Calling something “performative” is a nicer way of identifying what’s phony–of calling out the posturing of politicians pretending to care about governing, and especially “Christians” pretending they are acting out of genuine faith.
I recently encountered two unrelated examples of that calling out. The first was an editorial from Religion News Service, referencing the just-argued Supreme Court case of the football coach who insisted on praying on the 50-yard line.
That coach, Joe Kennedy (absolutely NO relation!), sued a school district in Washington state after it prohibited him from leading public prayers immediately following games. The editorial didn’t focus on the constitutional argument; instead, the author pointed out that genuine believers are ill-served by public expressions in secular settings.
This — more than any legal reasoning — is the judgment believers are called on to make. In the exercise of liberty, we can recall the words of St. Paul: “’All things are lawful,’ but not all things are helpful. ‘All things are lawful,’ but not all things build up.”
Ostentatious public prayers do not edify. If anything, they detract from serious Christian devotion. As with street-corner preachers who are well within their right but convince no one, Kennedy’s public postgame prayers were likely little more than a sideshow. The law may broadly permit it, but Christianity does not require it.
The essayist pointed to scriptural evidence that “Christ himself not only does not require showy, potentially coercive public prayers — he teaches against them.” Kennedy’s prayers, he notes, “may have provided psychological uplift to him, but they were not meaningful exercises in Christian faith and devotion.” And he worries that “emboldened conservative justices” will “open the door to more nominal, cultural Christianity. It seems that in the era of former President Donald Trump and his judges, that’s all so-called conservative Christians really want.”
Research by political scientists and religion scholars alike has documented the use of precisely that “cultural Christianity” by White Christian Nationalists intent upon retaining their status as the “real Americans.” Their panic about “replacement” and loss of cultural hegemony is producing ugly accusations of “grooming” by LGBTQ citizens, and other despicable charges defended as protected expressions of religious piety.
Which brings me to the really excellent example of how genuinely religious people can and should respond.
Michigan State Senator Mallory McMorrow describes herself as a “straight, white, Christian, married, suburban mom.” She had been accused by a GOP colleague of being a “groomer,” the latest right-wing slander against anyone who supports the rights of LGBTQ children. Rather than ignoring the accusation, or walking back her support, she grounded her position in her own faith.
“I want every child to feel seen, heard, and supported,” she said, “not marginalized and targeted if they are not straight, white, and Christian.”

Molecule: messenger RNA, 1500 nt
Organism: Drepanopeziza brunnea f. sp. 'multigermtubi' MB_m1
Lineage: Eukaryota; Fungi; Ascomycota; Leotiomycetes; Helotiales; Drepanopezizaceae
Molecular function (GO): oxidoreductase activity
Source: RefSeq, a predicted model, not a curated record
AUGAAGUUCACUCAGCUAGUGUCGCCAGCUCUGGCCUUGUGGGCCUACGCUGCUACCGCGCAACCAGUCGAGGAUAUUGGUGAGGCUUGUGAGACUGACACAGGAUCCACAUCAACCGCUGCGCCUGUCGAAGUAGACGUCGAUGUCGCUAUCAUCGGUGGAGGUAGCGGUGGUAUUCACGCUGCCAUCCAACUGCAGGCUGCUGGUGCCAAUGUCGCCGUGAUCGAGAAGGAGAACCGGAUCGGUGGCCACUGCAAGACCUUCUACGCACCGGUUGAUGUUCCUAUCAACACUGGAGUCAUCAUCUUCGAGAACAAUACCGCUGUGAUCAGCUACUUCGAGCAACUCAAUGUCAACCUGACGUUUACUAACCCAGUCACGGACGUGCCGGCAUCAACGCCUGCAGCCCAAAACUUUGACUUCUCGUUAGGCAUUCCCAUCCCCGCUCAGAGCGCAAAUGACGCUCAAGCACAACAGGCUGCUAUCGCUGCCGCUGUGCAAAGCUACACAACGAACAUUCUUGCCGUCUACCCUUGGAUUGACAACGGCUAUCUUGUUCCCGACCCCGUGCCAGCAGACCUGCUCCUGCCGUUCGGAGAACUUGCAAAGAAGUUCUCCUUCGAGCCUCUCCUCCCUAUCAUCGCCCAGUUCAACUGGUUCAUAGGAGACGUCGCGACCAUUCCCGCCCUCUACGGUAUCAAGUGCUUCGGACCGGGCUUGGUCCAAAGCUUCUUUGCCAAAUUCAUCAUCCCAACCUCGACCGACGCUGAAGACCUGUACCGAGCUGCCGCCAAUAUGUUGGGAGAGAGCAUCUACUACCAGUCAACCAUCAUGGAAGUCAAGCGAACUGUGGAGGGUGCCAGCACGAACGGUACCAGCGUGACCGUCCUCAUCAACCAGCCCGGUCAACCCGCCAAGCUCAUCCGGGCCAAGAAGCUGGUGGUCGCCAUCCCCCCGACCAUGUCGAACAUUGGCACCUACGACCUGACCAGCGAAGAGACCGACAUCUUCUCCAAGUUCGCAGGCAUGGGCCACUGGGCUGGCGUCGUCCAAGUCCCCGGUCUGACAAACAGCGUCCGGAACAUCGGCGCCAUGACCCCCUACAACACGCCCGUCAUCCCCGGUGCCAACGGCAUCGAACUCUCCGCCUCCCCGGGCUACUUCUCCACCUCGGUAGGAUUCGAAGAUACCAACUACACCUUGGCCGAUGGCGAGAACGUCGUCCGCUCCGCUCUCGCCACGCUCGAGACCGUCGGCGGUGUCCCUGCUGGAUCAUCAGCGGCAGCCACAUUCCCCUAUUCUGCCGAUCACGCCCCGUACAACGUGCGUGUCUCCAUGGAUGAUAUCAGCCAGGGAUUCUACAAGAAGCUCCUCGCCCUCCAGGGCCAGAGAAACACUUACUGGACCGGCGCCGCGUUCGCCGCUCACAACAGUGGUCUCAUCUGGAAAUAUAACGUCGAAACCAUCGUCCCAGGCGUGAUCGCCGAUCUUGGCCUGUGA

As the author of the linked article pointed out,
To understand the power of McMorrow’s words, you have to understand that “straight, White and Christian” is the default cultural and political setting in this country. Throw in “male” and you’d have the top of this pyramid. Just ask Tucker Carlson.
When you’re none, or not all, of those identities, you’re made to feel it. Your intellect, dignity and value are called into question. Demagogues gin up fear of you for electoral gain. Your very life becomes a political piñata whacked around by people who don’t have to live with the consequences of what they have wrought. Look at the anti-trans legislation littering the land or the “don’t say gay” law in Florida.
Activists who aren’t “straight, white and Christian” have pushed back against bigotry for many generations, and they have secured hard-won advances. But especially in this new front in the United States’ oldest culture war, those voices could use some backup. Enter McMorrow. …
The author makes an important point: McMorrow’s response should be a “blueprint for Democrats who are accustomed to cowering in fear of Republican culture war attacks.”
Too many national Democrats are letting the incipient “groomer” charges go unchallenged or are assuming they’re too ridiculous to gain traction. They’re ridiculous, yes — but that doesn’t mean they can’t gain traction. (Have you seen today’s Republican Party?)
I am not religious, and I have frequently expressed contempt for self-identified “religious” figures who are intent upon imposing their purported beliefs on others. Like Coach Kennedy, their public expressions of piety are purely performative. That said, I have great respect for people who genuinely look to their religious traditions for lessons on what constitutes moral and ethical behavior, and for guidance on how they should treat their fellow humans.
There was a saying “back in the day” to the effect that the religious right is neither. We need more people like Mallory McMorrow, who are positioned to illustrate what the real thing looks like.